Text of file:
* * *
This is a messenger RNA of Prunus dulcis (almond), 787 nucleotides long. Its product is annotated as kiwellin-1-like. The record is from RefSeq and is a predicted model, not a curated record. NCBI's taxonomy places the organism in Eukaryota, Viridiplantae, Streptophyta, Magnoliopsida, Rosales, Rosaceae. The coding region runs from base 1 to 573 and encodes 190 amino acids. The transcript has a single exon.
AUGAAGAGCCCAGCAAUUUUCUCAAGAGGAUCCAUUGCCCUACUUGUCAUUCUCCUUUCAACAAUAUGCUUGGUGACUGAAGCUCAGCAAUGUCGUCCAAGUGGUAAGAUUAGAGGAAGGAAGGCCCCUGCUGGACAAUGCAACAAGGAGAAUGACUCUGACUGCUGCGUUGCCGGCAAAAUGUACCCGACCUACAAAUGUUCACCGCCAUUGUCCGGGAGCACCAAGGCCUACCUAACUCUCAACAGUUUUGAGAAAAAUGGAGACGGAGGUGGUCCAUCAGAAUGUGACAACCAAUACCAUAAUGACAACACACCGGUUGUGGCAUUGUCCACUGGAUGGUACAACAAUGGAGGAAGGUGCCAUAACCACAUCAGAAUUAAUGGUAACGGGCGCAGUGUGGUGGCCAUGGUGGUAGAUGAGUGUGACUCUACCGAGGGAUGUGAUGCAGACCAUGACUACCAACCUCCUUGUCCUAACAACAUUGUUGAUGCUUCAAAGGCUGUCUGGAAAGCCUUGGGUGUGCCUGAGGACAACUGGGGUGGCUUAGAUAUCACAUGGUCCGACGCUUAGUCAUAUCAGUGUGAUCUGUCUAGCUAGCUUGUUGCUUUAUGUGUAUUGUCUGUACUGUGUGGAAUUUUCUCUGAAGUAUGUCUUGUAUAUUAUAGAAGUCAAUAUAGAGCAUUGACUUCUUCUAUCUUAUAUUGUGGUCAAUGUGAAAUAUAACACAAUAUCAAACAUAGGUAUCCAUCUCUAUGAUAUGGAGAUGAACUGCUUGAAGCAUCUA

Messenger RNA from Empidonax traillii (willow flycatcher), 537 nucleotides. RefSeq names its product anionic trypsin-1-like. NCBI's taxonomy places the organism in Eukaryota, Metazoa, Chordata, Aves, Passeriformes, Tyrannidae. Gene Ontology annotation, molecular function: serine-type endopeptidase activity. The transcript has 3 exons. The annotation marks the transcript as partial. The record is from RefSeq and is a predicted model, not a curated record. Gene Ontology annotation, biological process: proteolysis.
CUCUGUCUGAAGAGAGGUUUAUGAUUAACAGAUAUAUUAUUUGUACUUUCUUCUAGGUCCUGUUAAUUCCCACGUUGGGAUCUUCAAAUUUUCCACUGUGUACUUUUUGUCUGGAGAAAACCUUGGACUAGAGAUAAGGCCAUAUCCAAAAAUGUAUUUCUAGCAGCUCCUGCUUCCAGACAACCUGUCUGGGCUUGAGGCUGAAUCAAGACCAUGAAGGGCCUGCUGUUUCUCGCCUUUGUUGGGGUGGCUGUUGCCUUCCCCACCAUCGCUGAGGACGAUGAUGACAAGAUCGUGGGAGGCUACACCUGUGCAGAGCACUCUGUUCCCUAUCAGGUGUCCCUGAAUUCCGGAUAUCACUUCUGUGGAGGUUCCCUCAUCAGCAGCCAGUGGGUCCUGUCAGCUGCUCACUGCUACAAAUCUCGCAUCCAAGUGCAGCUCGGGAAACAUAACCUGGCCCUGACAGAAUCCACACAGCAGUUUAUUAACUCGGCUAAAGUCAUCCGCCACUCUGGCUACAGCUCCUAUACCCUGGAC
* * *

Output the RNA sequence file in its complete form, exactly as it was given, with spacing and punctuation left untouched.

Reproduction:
This is a messenger RNA of Prunus dulcis (almond), 787 nucleotides long. Its product is annotated as kiwellin-1-like. The record is from RefSeq and is a predicted model, not a curated record. NCBI's taxonomy places the organism in Eukaryota, Viridiplantae, Streptophyta, Magnoliopsida, Rosales, Rosaceae. The coding region runs from base 1 to 573 and encodes 190 amino acids. The transcript has a single exon.
AUGAAGAGCCCAGCAAUUUUCUCAAGAGGAUCCAUUGCCCUACUUGUCAUUCUCCUUUCAACAAUAUGCUUGGUGACUGAAGCUCAGCAAUGUCGUCCAAGUGGUAAGAUUAGAGGAAGGAAGGCCCCUGCUGGACAAUGCAACAAGGAGAAUGACUCUGACUGCUGCGUUGCCGGCAAAAUGUACCCGACCUACAAAUGUUCACCGCCAUUGUCCGGGAGCACCAAGGCCUACCUAACUCUCAACAGUUUUGAGAAAAAUGGAGACGGAGGUGGUCCAUCAGAAUGUGACAACCAAUACCAUAAUGACAACACACCGGUUGUGGCAUUGUCCACUGGAUGGUACAACAAUGGAGGAAGGUGCCAUAACCACAUCAGAAUUAAUGGUAACGGGCGCAGUGUGGUGGCCAUGGUGGUAGAUGAGUGUGACUCUACCGAGGGAUGUGAUGCAGACCAUGACUACCAACCUCCUUGUCCUAACAACAUUGUUGAUGCUUCAAAGGCUGUCUGGAAAGCCUUGGGUGUGCCUGAGGACAACUGGGGUGGCUUAGAUAUCACAUGGUCCGACGCUUAGUCAUAUCAGUGUGAUCUGUCUAGCUAGCUUGUUGCUUUAUGUGUAUUGUCUGUACUGUGUGGAAUUUUCUCUGAAGUAUGUCUUGUAUAUUAUAGAAGUCAAUAUAGAGCAUUGACUUCUUCUAUCUUAUAUUGUGGUCAAUGUGAAAUAUAACACAAUAUCAAACAUAGGUAUCCAUCUCUAUGAUAUGGAGAUGAACUGCUUGAAGCAUCUA

Messenger RNA from Empidonax traillii (willow flycatcher), 537 nucleotides. RefSeq names its product anionic trypsin-1-like. NCBI's taxonomy places the organism in Eukaryota, Metazoa, Chordata, Aves, Passeriformes, Tyrannidae. Gene Ontology annotation, molecular function: serine-type endopeptidase activity. The transcript has 3 exons. The annotation marks the transcript as partial. The record is from RefSeq and is a predicted model, not a curated record. Gene Ontology annotation, biological process: proteolysis.
CUCUGUCUGAAGAGAGGUUUAUGAUUAACAGAUAUAUUAUUUGUACUUUCUUCUAGGUCCUGUUAAUUCCCACGUUGGGAUCUUCAAAUUUUCCACUGUGUACUUUUUGUCUGGAGAAAACCUUGGACUAGAGAUAAGGCCAUAUCCAAAAAUGUAUUUCUAGCAGCUCCUGCUUCCAGACAACCUGUCUGGGCUUGAGGCUGAAUCAAGACCAUGAAGGGCCUGCUGUUUCUCGCCUUUGUUGGGGUGGCUGUUGCCUUCCCCACCAUCGCUGAGGACGAUGAUGACAAGAUCGUGGGAGGCUACACCUGUGCAGAGCACUCUGUUCCCUAUCAGGUGUCCCUGAAUUCCGGAUAUCACUUCUGUGGAGGUUCCCUCAUCAGCAGCCAGUGGGUCCUGUCAGCUGCUCACUGCUACAAAUCUCGCAUCCAAGUGCAGCUCGGGAAACAUAACCUGGCCCUGACAGAAUCCACACAGCAGUUUAUUAACUCGGCUAAAGUCAUCCGCCACUCUGGCUACAGCUCCUAUACCCUGGAC